Book Review: Pro Javascript Design Patterns

Pro Javascript Design Patterns sleeveAccording to wikipedia:

In software engineering, a design pattern is a general repeatable solution to a commonly occurring problem in software design. A design pattern is not a finished design that can be transformed directly into code. It is a description or template for how to solve a problem that can be used in many different situations. Object-oriented design patterns typically show relationships and interactions between classes or objects, without specifying the final application classes or objects that are involved. Algorithms are not thought of as design patterns, since they solve computational problems rather than design problems.

Design patterns, and particularly their application in dynamic languages can be a controversial topic, and every now and again another round of blog posts bubbles up appalled at the way a new group of programmers have become infatuated with design patterns. Applied without care design patterns can quickly lead to over-engineered code that seems designed as much to draw on as many of the established patterns as possible as to solve the intended problem. But if applied with care, and with consideration of how a pattern applies in the context of your chosen language they can be a helpful way to draw on the wisdom of the coders that came before you, and make your code easier to understand to those who may inherit it.

Written by Dustin Diaz (of Google) and Ross Harmes (of Yahoo), Pro Javascript Design Patterns builds on experience of building complex, high profile javascript applications. That experience shows as each pattern is introduced with solid examples and sample code and then refined to provide looser-coupling, more flexibility and/or better performance.

Early on in the book I was concerned that some of the solutions could become too heavy and the early introduction of interfaces hinted at something akin to the early approaches to pattern usage in PHP, which often looked more like an attempt to turn PHP into Java than a way to use PHP’s own features better. As the book goes on the usefulness of those interfaces, particularly for large development teams, becomes clear and most of those concerns are allayed, especially as the authors offer pros and cons for the use of each pattern and are clearly focussed on how these patterns can help produce more robust solutions.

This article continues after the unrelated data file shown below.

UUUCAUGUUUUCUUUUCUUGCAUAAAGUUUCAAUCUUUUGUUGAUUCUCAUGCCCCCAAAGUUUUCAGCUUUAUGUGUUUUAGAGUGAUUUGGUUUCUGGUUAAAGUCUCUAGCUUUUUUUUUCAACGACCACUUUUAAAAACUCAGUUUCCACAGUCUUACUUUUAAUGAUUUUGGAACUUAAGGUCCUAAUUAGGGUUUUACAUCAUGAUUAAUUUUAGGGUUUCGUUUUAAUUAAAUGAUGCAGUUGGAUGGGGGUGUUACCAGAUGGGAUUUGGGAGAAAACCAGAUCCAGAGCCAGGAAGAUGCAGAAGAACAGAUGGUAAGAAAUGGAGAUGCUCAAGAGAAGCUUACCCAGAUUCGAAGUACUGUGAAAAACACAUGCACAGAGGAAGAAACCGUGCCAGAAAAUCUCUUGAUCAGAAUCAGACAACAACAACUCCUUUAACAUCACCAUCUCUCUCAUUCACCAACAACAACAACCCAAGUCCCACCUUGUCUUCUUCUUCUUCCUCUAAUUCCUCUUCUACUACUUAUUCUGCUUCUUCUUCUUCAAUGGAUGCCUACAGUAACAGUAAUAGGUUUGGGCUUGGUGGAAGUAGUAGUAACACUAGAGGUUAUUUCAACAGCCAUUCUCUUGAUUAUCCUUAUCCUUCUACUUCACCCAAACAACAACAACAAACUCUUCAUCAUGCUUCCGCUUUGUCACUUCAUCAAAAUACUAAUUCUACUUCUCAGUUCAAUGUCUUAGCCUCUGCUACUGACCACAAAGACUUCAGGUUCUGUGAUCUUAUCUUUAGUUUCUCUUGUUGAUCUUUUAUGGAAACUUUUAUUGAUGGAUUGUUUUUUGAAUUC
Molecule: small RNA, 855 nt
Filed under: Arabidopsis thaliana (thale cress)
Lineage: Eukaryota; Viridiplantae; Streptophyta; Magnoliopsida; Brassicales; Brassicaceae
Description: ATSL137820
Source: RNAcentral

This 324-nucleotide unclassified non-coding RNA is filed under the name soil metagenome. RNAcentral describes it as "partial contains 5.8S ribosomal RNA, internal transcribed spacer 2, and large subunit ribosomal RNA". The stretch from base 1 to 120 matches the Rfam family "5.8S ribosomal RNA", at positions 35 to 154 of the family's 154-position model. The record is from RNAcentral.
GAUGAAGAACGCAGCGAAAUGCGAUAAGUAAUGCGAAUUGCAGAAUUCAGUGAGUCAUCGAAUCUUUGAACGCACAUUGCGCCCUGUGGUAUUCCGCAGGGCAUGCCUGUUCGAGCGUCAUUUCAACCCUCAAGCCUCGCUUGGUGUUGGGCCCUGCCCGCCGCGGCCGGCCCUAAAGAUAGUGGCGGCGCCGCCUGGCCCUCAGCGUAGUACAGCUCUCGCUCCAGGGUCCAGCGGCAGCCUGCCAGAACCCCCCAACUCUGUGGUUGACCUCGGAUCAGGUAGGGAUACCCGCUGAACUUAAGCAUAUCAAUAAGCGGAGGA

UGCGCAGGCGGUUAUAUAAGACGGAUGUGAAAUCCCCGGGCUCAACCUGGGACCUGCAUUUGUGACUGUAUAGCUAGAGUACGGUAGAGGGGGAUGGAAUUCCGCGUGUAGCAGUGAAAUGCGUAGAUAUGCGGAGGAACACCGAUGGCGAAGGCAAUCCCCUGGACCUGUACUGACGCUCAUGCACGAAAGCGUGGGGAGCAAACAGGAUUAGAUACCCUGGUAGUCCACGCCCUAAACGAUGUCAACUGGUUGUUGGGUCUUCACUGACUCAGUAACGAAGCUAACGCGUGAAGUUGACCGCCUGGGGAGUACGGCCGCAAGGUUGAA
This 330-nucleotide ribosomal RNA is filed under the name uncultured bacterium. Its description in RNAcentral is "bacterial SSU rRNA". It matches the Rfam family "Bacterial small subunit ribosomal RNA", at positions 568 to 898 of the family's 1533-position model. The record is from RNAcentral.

Most of the patterns will have a fairly immediate impact for developers new to them, and even for those who have used them in other contexts it is helpful to see how they have been applied in JavaScript. Most modern JavaScript libraries rely on several of these patterns to abstract out handling of different browser quirks or adding new event types, and even if you rely heavily on one or more of the major libraries this guide may well help you understand their internals better.

I’ve sometimes been skeptical about books claiming to be targeted at an advanced target. Labels like “pro” are often handed out far too easily. But in this case it seems deserved. While the book does a good job of quickly introducing approaches to object-oriented programming in JavaScript, that’s based on an assumption of a solid knowledge of the language and of OO development in at least one language. If you’re a newcomer to JavaScript or just looking for a way to add a few fancy features to your web pages this isn’t be book for you. But if you have some serious JavaScript development experience and are needing a way to tighten up your code to make it more modular and more maintainable, this book is well worth your time.

Disclaimer: I was sent a copy of this book for review by the publisher. You can find it at apress, amazon US, amazon UK and all sorts of other places.

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